Great Lake Swimmers are a band at home in the wild. Listening to them, you get the feeling that you’re in the wilderness yourself—maybe in an old, creaky boat surrounded by gray water. You’re in no particular hurry. You just let the waves push you where they want you to go, comfortable just letting them lap against you until you realize that you’ve been taken to a completely new place.
This is not a far stretch, really. Great Lake Swimmers have been known to make a studio in the wildest of places; places you have to hike to; places you have to ferry gear across in little boats. Their latest album, New Wild Everywhere, is no exception. The song “The Great Exhale,” for example (quite possibly the record’s high point), was recorded in an abandoned subway station in Toronto.
They seem to find bits of nature wherever they are—a great theme running throughout the record. Tony Dekker’s songwriting mines these profound reflections well, weaving high-caliber pop melodies and tasteful instrumentation into the mix effortlessly.
The light touches of instrumentation such as the lilting banjo line in “Cornflower Blue,” or the subtle accordion in “Ballad of a Fisherman’s Wife” make New Wild Everywhere a powerful record. Dekker’s voice slides in well. “The Knife,” in particular, processes one of the most poignant, sorrow-tinged vocal deliveries. At times he echoes the backwoods poetics of Bonnie Prince Billy and the idealism of Neil Young. Wonderful complimentary vocal harmonies are provided by Miranda Mulholland.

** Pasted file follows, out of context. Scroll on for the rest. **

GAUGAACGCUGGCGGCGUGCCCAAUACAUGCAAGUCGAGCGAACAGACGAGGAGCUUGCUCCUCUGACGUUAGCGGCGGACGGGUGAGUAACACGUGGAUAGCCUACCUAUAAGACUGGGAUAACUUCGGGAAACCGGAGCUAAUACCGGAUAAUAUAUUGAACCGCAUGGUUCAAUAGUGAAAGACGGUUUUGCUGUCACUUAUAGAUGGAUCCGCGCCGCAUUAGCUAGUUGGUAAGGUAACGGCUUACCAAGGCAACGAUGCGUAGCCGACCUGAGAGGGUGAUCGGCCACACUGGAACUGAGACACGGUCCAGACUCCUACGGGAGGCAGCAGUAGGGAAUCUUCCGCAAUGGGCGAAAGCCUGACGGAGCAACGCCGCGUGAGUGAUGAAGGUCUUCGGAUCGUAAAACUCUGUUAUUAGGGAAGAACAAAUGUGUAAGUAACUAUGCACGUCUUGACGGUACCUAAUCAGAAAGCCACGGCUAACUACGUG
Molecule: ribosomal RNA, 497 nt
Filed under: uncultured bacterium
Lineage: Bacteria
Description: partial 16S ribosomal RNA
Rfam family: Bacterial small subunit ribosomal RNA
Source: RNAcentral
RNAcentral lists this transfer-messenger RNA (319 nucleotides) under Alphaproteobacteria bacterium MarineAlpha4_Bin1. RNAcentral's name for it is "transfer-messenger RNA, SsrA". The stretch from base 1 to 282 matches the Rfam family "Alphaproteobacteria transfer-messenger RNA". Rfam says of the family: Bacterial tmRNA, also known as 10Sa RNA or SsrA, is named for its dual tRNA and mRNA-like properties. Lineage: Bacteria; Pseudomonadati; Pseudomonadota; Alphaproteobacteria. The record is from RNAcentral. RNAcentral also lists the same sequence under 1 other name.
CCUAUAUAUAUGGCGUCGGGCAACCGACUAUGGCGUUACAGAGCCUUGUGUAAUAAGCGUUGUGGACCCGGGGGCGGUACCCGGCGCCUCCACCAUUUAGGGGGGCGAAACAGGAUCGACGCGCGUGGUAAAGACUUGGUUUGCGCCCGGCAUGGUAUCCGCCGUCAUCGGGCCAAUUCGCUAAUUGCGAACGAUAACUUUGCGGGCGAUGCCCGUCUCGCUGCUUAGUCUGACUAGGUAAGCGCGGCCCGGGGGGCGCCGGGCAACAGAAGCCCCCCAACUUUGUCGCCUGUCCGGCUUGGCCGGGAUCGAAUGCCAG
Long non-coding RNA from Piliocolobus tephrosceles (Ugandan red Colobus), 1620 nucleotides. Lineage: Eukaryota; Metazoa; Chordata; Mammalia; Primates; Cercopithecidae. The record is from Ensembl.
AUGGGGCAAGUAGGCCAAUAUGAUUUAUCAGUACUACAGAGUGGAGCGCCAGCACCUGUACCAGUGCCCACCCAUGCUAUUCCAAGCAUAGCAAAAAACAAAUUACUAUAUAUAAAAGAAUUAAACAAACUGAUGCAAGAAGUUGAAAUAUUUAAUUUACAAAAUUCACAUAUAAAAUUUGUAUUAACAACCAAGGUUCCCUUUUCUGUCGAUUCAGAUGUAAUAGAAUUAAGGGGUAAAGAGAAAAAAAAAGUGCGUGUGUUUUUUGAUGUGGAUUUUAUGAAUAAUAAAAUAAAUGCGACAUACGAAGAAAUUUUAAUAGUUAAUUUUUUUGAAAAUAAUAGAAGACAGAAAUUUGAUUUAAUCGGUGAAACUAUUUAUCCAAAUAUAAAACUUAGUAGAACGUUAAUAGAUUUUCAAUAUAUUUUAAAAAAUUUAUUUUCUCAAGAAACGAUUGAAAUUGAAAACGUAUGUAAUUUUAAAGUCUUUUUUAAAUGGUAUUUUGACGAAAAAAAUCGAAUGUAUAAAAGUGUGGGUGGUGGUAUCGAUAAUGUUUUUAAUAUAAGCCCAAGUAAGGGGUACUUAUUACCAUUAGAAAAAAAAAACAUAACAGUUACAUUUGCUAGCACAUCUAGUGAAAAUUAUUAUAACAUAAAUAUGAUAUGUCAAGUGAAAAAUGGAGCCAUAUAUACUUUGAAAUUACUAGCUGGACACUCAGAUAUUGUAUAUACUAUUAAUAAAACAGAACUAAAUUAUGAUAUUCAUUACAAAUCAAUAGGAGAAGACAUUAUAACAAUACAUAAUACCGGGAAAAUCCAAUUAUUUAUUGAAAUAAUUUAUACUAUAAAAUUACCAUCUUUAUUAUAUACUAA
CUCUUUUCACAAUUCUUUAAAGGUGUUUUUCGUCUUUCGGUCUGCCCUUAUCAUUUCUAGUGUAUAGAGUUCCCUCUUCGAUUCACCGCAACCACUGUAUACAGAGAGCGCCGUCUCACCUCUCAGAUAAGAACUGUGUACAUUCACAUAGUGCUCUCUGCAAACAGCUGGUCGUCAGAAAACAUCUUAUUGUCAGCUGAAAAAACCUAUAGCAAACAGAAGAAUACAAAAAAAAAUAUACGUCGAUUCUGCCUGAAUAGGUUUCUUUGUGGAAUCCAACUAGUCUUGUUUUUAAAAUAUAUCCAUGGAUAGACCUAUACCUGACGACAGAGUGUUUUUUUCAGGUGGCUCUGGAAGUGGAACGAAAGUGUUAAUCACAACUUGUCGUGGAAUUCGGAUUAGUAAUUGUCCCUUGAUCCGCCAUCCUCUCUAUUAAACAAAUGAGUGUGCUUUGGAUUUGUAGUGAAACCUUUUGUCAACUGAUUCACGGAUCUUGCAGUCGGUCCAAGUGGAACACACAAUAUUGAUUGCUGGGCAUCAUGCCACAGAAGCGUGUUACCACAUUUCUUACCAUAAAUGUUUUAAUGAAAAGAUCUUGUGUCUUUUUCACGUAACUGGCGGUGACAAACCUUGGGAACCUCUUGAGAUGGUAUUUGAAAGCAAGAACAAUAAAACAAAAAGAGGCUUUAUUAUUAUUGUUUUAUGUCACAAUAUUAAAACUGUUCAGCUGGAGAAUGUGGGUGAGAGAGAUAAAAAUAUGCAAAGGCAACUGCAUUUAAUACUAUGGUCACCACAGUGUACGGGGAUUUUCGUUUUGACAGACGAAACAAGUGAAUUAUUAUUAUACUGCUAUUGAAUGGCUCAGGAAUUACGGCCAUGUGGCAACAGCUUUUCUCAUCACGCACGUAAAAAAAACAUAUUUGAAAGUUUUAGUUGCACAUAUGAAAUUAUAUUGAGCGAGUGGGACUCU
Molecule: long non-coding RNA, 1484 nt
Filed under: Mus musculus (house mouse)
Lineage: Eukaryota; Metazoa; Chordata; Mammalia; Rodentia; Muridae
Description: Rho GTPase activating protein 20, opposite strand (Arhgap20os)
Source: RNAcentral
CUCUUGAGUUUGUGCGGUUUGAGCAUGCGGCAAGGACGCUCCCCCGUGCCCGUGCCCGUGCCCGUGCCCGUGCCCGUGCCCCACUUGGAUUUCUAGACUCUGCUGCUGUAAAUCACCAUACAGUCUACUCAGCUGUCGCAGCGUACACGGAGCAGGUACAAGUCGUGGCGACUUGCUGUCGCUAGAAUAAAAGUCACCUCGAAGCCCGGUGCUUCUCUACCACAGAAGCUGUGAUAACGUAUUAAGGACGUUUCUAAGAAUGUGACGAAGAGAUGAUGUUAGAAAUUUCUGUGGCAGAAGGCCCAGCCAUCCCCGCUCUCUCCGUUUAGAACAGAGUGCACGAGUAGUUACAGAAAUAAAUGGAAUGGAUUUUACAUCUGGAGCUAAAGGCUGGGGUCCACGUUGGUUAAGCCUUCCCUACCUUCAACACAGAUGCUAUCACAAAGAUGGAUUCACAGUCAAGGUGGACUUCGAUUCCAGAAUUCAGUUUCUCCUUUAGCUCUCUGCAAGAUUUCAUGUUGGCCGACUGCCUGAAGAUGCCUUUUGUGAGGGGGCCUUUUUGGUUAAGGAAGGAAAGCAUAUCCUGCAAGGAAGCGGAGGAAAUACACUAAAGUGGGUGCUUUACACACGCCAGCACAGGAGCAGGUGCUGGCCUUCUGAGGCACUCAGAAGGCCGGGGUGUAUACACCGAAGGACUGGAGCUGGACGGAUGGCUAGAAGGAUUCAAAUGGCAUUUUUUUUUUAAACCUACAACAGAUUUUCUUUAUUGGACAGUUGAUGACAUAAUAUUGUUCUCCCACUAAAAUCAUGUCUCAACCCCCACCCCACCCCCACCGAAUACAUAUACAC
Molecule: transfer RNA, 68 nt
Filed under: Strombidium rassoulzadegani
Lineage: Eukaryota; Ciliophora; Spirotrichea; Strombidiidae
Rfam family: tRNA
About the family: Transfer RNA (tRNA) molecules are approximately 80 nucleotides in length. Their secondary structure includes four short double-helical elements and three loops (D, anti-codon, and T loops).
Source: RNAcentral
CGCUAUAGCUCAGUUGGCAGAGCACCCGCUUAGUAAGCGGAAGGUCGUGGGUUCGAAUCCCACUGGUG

It’s a polished record, as far as production goes—perhaps undermining some of the more rustic elements of the group. It’s the folk elements that shine through—steel guitar, fiddle, and upright bass. They seem to want to break through to the forefront, make the record a bit grittier. However, the songs are strong, and the melodies bright. It’s clear that the band has an incredibly tasteful sense of songwriting.
Great Lake Swimmers owe a debt to the backwoods folk of Appalachia; they owe a debt to the rollicking saloon-slaying country of old Nashville; they owe a debt to fellow countryman Neil Young. However, despite standing on the shoulders of all these musical giants, their blend of Americana, folk, country, and chamber pop speaks a musical language that is unique to them.
Perhaps the best way to encounter them would be surrounded by all the trees, animals, and elements that make up their woodsy sound. Though if you prefer all the comforts of home, New Wild Everywhere will take you deep into the great outdoors, without ever having to leave your house.
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